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    Address 'Your Work' Exposure Within CPrL Policies With Faulty Workmanship Coverage

    December 29, 2020 —
    New faulty workmanship coverage forms have emerged to potentially address the “your work” exposure found in most contractors professional liability (CPrL) policies. Once offered by only a single carrier, several insurers have recently entered the marketplace to cover the cost to repair or replace faulty work or the related material costs associated with the “self-performed work” of general and trade contractors. Commonly serving as a separate insuring agreement and offered in carrier-specific CPrL policies, faulty workmanship coverage forms are designed to protect contractors from the “your work” claims triggered by project owners and other third parties. This includes the contractor’s workmanship as well as the equipment, parts and materials such as steel beams, epoxy activators and anchor bolts used to perform construction work. Insureds should be aware that exclusions and strict conditions apply. For instance, faulty workmanship policies typically do not cover resulting bodily injury and property damage and some policies even exclude project delays and other business risks that can arise from the claims of unhappy customers. Another potentially confusing issue is the scope of coverage offered under a ‘faulty work’ endorsement. While some faulty workmanship enhancements are specifically-designed to cover “your work,” claims, others may only cover the products manufactured or fabricated by the insured and not the work they perform or install. Reprinted courtesy of Joseph Reynolds, Construction Executive, a publication of Associated Builders and Contractors. All rights reserved. Read the court decision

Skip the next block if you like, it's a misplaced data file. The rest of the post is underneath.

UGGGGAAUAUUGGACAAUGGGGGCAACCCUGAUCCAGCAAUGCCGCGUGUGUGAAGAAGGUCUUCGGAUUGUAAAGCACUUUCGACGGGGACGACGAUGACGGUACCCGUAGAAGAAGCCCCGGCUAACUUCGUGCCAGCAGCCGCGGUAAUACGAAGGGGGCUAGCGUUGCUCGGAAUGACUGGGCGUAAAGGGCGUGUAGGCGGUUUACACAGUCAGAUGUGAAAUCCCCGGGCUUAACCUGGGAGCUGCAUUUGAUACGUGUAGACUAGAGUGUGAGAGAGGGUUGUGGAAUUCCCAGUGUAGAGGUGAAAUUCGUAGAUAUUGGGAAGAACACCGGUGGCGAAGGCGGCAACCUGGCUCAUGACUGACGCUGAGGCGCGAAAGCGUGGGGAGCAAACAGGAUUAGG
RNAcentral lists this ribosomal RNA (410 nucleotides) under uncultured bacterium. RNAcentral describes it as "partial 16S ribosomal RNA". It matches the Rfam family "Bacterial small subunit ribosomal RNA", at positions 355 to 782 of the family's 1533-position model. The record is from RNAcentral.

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    Using Lien and Bond Claims to Secure Project Payments

    March 01, 2021 —
    While suing in court for payment on a construction project is nothing new, the very notion of non-payment tends evokes images of hard-working contractors and subcontractors, working with tight margins, owed payment for services rendered and materials. Fortunately, for general contractors and subcontractors in the construction industry, there are better remedies for securing payment on a project before it becomes a bigger issue. Construction projects, especially large public ones, usually include a dizzying array of general contractors, subcontractors and independent contractors, sometimes numbering more than a hundred entities. The inter-connected groups of companies working toward the goal of project completion require competent construction management in order to stay on time and on budget for completion. One of the project owner’s key tools used to ensure the process runs smoothly is the use of payment bonds and surety bonds. Payment Bonds Payment bonds ensure that contractors and subcontractors get paid for work performed in accordance with contract conditions. Disputes can occur before, during and even after the completion of work. Injunctive lawsuits, which contemplate the stoppage of work, would be detrimental to completing a public or private construction project of substantial size. Rather than having such minor disputes derail the entire project, the aggrieved party’s remedy is to file a claim against the payment bond, which offers a solution designed to keep the issue separate from the project’s completion. The payment bond also allows the project owner to transfer risk. Reprinted courtesy of Jonathan Cheatham, Construction Executive, a publication of Associated Builders and Contractors. All rights reserved. Read the court decision